It’s important to take safety precautions while strength training regardless of your age or the equipment being used. When strengthening exercises are performed safely and correctly, they can be very effective.
Listen to your body. It’s okay to experience some discomfort, but you should stop if you are unable to talk. It’s okay to take breaks or stop a session early if your body is telling you to.
Don’t allow your joints to lock up. It’s important to keep a slight bend in your knees and elbows in stead of straightening them out completely.
Allow your muscles to recover in between sessions. 48 hours is a good amount of time to wait between strength training sessions.
Use the correct form. Performing strength training exercises improperly can lead to injuries and slow down your progress.
How to Start Strength Training
If strength training sounds like a good fit for you, you’re probably wondering how you can get started. The most important and first step to take, is to consult with your doctor. If he/she gives you the thumbs up to begin strength training, then consider these options:
Hire a personal trainer. A personal trainer can create a plan for you to follow so you’re performing effective exercises. In addition, a personal trainer can help ensure that you’re performing each exercise correctly and safely. They can also recommend what type of gym equipment is best suited to help you reach your goals.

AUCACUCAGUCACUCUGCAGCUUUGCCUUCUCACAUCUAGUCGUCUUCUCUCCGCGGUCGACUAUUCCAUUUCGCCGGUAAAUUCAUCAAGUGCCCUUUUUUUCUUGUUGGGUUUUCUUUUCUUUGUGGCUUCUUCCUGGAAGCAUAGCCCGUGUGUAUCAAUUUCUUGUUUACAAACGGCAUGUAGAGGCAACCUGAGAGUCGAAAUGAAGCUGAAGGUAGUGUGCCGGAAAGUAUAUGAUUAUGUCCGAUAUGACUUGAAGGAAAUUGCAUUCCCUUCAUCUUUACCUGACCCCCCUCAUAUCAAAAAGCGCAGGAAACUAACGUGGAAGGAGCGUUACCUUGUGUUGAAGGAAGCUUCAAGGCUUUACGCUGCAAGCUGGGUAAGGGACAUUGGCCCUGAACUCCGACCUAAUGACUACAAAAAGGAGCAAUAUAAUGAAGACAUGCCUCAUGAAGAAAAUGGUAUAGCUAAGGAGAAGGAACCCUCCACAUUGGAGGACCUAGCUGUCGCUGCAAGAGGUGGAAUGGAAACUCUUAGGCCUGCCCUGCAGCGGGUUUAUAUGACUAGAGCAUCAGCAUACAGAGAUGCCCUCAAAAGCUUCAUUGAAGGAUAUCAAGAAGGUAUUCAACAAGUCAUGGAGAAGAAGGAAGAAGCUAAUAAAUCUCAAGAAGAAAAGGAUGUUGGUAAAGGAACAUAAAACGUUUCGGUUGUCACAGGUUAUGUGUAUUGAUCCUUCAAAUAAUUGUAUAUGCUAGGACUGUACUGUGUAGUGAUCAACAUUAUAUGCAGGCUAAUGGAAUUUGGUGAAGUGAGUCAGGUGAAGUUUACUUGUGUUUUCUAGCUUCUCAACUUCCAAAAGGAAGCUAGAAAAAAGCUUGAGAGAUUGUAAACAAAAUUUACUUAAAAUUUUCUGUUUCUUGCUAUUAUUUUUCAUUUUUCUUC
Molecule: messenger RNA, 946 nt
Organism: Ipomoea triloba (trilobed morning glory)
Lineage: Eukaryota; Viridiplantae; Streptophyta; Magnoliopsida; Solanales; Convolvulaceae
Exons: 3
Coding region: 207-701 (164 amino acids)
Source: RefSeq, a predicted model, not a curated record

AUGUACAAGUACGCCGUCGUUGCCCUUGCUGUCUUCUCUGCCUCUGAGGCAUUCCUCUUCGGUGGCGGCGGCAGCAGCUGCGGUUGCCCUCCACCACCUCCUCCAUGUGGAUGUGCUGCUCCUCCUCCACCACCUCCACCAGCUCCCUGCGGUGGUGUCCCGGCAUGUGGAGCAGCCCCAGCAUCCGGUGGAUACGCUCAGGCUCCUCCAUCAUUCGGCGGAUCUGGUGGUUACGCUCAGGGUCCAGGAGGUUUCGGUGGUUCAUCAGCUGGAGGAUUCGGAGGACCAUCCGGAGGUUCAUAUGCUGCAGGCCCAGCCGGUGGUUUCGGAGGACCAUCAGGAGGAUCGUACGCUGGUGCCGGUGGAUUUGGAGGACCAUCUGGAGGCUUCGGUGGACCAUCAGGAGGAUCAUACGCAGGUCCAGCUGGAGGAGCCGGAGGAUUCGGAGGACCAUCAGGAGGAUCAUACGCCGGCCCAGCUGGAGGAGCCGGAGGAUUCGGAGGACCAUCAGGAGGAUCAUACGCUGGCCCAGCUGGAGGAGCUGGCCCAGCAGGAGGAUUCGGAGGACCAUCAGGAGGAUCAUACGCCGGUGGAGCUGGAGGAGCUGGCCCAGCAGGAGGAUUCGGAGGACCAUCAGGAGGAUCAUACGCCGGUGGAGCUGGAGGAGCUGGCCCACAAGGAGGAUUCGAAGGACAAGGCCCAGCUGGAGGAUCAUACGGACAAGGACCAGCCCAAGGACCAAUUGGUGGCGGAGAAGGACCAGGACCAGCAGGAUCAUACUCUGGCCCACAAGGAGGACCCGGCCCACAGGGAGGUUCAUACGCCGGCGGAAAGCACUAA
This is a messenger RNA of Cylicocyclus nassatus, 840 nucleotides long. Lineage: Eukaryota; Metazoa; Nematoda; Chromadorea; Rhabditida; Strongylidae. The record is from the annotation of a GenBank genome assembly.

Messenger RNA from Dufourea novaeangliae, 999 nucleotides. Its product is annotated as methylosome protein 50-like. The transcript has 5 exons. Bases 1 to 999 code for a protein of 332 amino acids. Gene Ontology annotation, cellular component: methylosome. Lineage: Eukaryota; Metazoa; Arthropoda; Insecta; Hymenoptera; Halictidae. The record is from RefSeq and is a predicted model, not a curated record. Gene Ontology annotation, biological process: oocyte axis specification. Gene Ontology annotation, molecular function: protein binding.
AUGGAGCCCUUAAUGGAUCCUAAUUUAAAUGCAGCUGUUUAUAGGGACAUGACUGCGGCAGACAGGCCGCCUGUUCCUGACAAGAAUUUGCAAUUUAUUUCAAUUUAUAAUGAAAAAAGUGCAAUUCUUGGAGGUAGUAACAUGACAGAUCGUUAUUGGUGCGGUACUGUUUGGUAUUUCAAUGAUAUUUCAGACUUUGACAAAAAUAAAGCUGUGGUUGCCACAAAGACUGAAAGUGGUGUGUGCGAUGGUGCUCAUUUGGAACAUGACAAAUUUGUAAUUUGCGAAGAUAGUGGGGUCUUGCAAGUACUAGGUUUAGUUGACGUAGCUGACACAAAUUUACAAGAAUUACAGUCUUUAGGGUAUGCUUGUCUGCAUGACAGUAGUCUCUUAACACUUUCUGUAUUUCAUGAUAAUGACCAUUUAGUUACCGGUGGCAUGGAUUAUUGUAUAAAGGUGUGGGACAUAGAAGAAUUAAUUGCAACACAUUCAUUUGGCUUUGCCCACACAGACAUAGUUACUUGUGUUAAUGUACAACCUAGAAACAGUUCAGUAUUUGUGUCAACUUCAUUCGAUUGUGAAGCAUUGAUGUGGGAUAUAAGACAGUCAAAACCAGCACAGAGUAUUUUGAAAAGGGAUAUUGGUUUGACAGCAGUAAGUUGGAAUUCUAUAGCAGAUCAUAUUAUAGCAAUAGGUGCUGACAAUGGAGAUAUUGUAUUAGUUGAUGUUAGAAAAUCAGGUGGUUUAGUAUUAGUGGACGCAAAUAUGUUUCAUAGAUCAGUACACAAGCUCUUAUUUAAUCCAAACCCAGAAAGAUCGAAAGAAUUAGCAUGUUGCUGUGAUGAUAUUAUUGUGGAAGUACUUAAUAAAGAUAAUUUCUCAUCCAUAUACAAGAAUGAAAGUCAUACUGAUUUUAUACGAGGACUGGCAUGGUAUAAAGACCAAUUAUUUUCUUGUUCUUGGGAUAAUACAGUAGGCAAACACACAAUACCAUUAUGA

Work with a physical therapist. A physical therapist can help you with your range of motion and any joint issues you may have. They can suggest the optimal resistance training equipment for each recommended exercise.
Attend a group fitness class. There are classes for people of all ages and strength levels. Check with your local gym or fitness center to see what classes they are currently offering.
Watch age-appropriate workout videos online. There are many free videos on YouTube that are geared toward people age 50 or over. If you’re ready to purchase workout equipment for your home gym, check out this price-tracking software to help you find the best deals on home gym products.
By using these resources, you can ensure that you’re performing strengthening exercises safely and effectively. Plus, you will get the support and encouragement you need in a one-on-one or group setting.
Strength training is the best way for people over the age of 50 to regain their mobility, boost health, and live longer.
*This article is for informational purposes only and is not intended as expert medical or mental health advice, diagnosis, or treatment. Always seek the advice of a qualified physician or mental health provider with any questions you may have regarding a medical or mental health condition. In the event of a medical emergency, call a doctor or 911 immediately. This website does not recommend or endorse any specific tests, physicians, products, procedures, opinions, or other information that may be mentioned on the Site or on other websites it links to. Reliance on any information provided by this website or other websites it links to, is solely at your own risk.*